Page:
Overcoming such barriers would require the government to integrate ICT in all government programmes including school curricula. This will probably be the first step towards solving the two challenges of access and limited skills.
Twitter and social media in Uganda
In 2007/08 there was a social media explosion in Uganda. I’m trying to get NGOs linked in to social media.
You say you want to have a website but you can’t afford it. Why don’t you try a blog? Or start with a Facebook page, or try Twitter.
I use technology in a way that helps me learn about the world but also helps me to influence and change things that I feel passionate about.
Twitter helps to hold people accountable. Social media can influence a lot of things. For example, during power cuts we started to use Twitter, pointing out when and where and how long the cuts when on for. We kept shaming UMEME [Uganda’s principal power distribution network] on Twitter and eventually they were forced to hold a discussion and explain the situation to us. Tweets have also pressurised the Prime Minister to have a Q&A session.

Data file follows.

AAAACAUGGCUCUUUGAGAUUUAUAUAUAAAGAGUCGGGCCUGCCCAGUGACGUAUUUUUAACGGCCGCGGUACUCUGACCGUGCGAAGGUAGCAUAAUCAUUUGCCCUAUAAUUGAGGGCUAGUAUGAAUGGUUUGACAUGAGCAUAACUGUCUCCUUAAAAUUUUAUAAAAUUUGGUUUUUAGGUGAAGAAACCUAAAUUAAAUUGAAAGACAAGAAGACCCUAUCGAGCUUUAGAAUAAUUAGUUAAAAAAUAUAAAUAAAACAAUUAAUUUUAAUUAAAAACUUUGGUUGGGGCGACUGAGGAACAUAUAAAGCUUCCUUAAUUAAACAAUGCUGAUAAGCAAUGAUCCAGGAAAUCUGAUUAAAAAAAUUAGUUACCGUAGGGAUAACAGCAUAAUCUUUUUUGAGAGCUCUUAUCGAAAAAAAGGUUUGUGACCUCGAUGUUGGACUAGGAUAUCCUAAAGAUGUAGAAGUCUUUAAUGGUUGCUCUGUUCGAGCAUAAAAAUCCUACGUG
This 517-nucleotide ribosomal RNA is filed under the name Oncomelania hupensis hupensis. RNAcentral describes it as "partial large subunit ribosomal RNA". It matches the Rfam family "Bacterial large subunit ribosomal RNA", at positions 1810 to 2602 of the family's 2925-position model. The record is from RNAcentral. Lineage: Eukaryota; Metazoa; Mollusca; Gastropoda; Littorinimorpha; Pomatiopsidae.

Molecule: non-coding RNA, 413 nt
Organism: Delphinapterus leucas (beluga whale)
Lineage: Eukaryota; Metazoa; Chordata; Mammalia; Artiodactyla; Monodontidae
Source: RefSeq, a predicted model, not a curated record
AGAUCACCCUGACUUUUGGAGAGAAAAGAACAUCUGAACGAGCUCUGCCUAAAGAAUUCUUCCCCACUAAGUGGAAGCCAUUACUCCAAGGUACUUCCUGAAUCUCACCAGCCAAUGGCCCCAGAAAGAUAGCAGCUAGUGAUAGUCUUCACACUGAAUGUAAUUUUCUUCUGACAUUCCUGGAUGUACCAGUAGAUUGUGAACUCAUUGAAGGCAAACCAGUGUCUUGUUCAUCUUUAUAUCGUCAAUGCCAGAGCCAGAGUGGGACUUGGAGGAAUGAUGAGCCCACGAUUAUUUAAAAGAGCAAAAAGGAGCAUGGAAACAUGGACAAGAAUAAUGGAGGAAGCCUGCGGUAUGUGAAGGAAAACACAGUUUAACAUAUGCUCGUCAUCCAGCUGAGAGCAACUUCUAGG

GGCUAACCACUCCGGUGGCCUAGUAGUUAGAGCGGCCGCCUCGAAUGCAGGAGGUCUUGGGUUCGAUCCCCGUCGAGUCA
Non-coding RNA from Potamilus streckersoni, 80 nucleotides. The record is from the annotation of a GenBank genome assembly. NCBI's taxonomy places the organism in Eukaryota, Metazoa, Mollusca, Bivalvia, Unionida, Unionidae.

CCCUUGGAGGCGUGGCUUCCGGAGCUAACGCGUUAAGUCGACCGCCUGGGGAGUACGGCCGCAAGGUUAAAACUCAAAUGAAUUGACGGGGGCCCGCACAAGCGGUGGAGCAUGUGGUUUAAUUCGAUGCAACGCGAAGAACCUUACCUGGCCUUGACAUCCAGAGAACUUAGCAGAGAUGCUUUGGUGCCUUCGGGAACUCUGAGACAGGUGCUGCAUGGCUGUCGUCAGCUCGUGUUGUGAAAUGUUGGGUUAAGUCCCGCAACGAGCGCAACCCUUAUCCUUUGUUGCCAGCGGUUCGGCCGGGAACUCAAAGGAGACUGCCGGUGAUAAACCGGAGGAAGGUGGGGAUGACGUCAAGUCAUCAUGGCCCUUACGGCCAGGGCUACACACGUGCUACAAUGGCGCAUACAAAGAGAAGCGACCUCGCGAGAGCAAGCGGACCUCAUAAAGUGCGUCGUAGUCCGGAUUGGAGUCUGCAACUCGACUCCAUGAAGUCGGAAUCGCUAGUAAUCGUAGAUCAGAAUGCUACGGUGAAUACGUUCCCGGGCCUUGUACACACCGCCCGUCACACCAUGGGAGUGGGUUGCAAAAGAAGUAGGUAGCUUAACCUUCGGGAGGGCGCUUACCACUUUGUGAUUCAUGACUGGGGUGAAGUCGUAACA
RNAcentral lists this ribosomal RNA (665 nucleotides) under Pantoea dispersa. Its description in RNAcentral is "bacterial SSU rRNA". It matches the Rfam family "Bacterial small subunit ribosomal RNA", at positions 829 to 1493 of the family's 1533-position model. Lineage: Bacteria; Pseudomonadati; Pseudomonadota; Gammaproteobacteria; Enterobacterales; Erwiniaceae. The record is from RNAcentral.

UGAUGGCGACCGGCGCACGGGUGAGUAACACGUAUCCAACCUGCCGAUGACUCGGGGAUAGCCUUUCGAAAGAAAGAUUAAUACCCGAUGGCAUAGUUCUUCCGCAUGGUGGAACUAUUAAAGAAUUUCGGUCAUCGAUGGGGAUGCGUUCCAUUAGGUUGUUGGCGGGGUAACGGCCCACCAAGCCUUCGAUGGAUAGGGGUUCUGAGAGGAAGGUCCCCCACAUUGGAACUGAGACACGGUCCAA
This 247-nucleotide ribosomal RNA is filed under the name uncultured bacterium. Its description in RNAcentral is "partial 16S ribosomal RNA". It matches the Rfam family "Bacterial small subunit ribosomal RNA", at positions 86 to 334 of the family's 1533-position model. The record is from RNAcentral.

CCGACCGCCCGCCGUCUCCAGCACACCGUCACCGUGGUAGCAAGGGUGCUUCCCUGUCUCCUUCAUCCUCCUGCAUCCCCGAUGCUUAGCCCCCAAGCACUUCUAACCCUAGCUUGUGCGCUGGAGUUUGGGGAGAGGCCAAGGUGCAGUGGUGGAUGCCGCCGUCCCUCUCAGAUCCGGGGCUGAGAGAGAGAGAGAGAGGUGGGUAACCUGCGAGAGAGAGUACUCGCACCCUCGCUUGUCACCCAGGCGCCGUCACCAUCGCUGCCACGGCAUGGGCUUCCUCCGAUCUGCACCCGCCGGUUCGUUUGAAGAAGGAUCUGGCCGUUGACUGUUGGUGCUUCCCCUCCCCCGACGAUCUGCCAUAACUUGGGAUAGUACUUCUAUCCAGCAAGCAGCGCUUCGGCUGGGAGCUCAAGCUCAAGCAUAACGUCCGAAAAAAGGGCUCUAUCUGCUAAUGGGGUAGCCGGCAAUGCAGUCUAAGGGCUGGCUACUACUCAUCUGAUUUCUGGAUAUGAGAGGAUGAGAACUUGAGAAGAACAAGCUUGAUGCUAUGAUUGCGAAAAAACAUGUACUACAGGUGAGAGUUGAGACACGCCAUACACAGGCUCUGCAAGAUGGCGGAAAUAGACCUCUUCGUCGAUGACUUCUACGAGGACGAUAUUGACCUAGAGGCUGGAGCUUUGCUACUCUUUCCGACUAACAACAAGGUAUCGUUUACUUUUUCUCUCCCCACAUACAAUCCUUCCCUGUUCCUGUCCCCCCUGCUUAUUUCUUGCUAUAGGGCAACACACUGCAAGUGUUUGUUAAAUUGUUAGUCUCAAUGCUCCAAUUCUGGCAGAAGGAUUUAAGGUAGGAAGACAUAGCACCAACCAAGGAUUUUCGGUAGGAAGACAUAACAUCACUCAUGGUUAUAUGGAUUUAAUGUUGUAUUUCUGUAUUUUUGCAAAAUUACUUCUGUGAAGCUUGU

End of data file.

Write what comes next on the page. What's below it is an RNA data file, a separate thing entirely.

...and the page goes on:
We’re trying to pressure more Ugandan corporate companies to tweet. If you mention them in tweets they can’t hide. We use Twitter to represent the wider community.
Many people [in Uganda] used to think that Facebook is a dating website. They said “I can’t have my business on there!” But people are slowly realising they can join the social networking websites and that they are not necessarily dating websites.
TV and radio talk shows have become really interactive with presenters reading out tweets from the Twitter stream. Twitter is not one-way. SMS could delay but tweets are on the twittersphere. Newspapers [such as the Daily Monitor] are also picking up on tweets and sharing them as quotes in the papers.
Technology for me is one of the key tools in development. It empowers people to learn and to be involved in everything that happens around the world.
What about Kony2012?